Step 60 determines if command block size divided by native block size or S/N is an integer. For example, it is an integer when S=512 bytes and N=4,096 bytes. If S/N is an integer, step 62 causes processor 16 to generate a conversion transfer length (S/N×L), that is, the number of native blocks that need to be accessed on disk 14. Step 64 then executes the command using the conversion block address of the first native block generated by step 58 and the conversion transfer length generated by step 62 for access of data on disk 14.
If step 60 determines that S/N is not an integer, step 66 generates an offset value that is the number of bytes by which the command starting address is offset from the start address of the native block that contains the command starting address. This offset value is computed by first dividing the command block address B by the ratio N/S. This division yields a non-integral number with a fractional portion. The fractional portion or the decimal portion is then multiplied by the native block size to obtain the offset value. Thus if N=4,096, S=512, and B=998, N/S is 8 and B/8 is 124.75. This means that the starting block address B begins in native block 124 with a three-fourths offset from the start address of native block 124. The offset value then is 0.75×4,096 or 3,072 bytes.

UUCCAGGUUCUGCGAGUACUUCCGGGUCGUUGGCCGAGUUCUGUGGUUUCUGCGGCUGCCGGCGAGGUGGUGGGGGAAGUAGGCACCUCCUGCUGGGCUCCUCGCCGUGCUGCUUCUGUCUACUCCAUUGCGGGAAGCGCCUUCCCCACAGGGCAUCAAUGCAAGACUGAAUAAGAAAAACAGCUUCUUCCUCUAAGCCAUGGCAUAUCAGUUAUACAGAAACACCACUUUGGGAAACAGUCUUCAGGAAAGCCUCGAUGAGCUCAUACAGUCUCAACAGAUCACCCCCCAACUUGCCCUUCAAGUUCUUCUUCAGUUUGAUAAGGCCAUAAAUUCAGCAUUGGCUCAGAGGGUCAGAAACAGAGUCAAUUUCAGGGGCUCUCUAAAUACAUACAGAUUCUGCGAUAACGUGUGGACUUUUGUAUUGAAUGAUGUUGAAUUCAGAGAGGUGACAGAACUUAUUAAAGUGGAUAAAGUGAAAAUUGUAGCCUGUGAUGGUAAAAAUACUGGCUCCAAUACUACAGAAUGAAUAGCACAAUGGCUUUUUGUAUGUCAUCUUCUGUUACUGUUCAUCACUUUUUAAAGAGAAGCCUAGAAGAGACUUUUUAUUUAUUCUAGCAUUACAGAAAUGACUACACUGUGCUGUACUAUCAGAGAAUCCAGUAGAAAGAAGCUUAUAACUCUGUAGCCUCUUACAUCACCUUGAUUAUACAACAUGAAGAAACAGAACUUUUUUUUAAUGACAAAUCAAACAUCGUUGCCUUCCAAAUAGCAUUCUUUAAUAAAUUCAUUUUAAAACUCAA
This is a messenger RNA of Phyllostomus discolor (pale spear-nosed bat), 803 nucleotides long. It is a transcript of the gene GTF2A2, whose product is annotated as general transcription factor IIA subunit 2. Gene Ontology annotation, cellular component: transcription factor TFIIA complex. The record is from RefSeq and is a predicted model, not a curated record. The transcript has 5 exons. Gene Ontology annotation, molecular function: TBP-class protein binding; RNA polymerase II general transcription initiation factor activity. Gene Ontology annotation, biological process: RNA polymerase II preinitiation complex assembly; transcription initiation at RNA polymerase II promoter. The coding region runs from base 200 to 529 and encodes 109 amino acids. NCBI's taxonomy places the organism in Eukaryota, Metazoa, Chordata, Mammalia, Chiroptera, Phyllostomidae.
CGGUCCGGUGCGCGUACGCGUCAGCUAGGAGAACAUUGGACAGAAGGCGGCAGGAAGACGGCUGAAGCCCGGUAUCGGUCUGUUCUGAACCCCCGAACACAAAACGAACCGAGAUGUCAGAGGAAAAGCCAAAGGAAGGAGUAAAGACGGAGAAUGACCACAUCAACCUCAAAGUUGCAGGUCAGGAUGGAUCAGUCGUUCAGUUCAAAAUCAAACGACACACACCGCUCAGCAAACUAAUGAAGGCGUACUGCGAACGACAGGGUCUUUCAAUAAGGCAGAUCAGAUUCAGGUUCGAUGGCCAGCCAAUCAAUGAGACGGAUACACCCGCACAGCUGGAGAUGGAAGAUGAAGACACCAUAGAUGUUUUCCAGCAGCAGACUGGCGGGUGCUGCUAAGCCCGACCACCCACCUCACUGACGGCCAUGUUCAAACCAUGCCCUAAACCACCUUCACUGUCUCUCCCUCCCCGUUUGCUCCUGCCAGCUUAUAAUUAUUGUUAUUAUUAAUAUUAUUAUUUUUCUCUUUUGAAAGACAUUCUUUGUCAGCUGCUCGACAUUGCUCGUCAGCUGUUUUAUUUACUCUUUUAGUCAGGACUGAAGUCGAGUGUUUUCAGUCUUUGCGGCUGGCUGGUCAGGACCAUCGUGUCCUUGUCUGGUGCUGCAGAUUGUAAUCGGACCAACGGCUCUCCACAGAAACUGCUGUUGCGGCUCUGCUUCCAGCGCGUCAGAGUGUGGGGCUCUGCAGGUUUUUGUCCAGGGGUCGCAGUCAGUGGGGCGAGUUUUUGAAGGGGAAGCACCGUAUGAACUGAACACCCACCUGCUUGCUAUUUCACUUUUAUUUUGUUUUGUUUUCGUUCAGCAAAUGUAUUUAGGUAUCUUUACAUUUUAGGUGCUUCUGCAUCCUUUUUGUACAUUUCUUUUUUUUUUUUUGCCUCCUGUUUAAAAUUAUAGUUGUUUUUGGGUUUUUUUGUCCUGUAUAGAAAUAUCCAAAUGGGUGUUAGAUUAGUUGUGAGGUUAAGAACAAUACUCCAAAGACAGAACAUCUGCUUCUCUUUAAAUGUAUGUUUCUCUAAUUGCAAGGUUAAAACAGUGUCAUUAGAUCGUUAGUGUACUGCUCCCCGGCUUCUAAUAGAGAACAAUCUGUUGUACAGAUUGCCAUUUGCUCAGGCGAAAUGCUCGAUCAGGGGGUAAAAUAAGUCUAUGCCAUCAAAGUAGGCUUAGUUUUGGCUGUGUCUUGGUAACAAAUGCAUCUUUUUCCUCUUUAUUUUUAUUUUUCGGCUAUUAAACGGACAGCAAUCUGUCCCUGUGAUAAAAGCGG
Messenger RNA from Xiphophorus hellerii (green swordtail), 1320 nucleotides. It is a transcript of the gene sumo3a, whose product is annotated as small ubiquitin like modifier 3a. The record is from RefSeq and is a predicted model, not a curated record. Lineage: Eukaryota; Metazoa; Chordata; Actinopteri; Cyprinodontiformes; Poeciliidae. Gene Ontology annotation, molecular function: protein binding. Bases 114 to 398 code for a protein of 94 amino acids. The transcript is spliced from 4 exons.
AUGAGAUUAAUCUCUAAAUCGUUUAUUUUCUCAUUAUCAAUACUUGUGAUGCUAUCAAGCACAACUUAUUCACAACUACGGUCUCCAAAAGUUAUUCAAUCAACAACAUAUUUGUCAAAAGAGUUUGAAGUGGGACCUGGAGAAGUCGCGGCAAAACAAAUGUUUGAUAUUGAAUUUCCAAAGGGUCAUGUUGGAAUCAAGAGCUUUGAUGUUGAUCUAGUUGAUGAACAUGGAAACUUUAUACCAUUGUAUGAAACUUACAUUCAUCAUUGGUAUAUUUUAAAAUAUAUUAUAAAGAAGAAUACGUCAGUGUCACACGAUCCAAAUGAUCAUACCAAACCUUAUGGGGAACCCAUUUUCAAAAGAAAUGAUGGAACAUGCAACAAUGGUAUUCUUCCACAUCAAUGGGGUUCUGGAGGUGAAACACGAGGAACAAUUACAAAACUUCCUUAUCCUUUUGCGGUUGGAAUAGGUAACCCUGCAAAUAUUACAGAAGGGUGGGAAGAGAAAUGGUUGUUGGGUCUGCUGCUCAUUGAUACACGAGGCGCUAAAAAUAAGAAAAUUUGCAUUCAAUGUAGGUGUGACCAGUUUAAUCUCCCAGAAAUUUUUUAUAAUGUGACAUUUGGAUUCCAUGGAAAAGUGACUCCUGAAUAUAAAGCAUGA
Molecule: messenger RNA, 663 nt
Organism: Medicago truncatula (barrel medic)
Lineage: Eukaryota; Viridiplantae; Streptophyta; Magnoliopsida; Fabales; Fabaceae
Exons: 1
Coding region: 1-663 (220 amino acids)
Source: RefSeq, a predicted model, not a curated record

Step 68 then generates a conversion transfer length. This length is computed by adding the offset value to the product of S and L and dividing by N. For the above example, with L=13, S×L=6,656 bytes, 6,656+3072=9,728 bytes and 9,728/4,096=2.375 native blocks. That is, the 13 blocks of 512 bytes begin with byte 3,072 in native block 124 and end with byte 1,536 of native block 126. Thus, three native blocks are needed. From a computation standpoint, the result of the conversion transfer length calculation will always be rounded up.
Step 64 then executes the command with the conversion block address of step 58, the offset value of step 66 and the conversion transfer length of step 68.
Continuing with the above example, if the command is a read command, command execution program 26 reads data from disk 14 beginning with native block 124 and a native transfer length of 3 blocks or 12,288 bytes and stores the read data in a buffer in data buffer area 20. Then using the offset value, command execution program 26 transfers 6,656 bytes to host computer 12.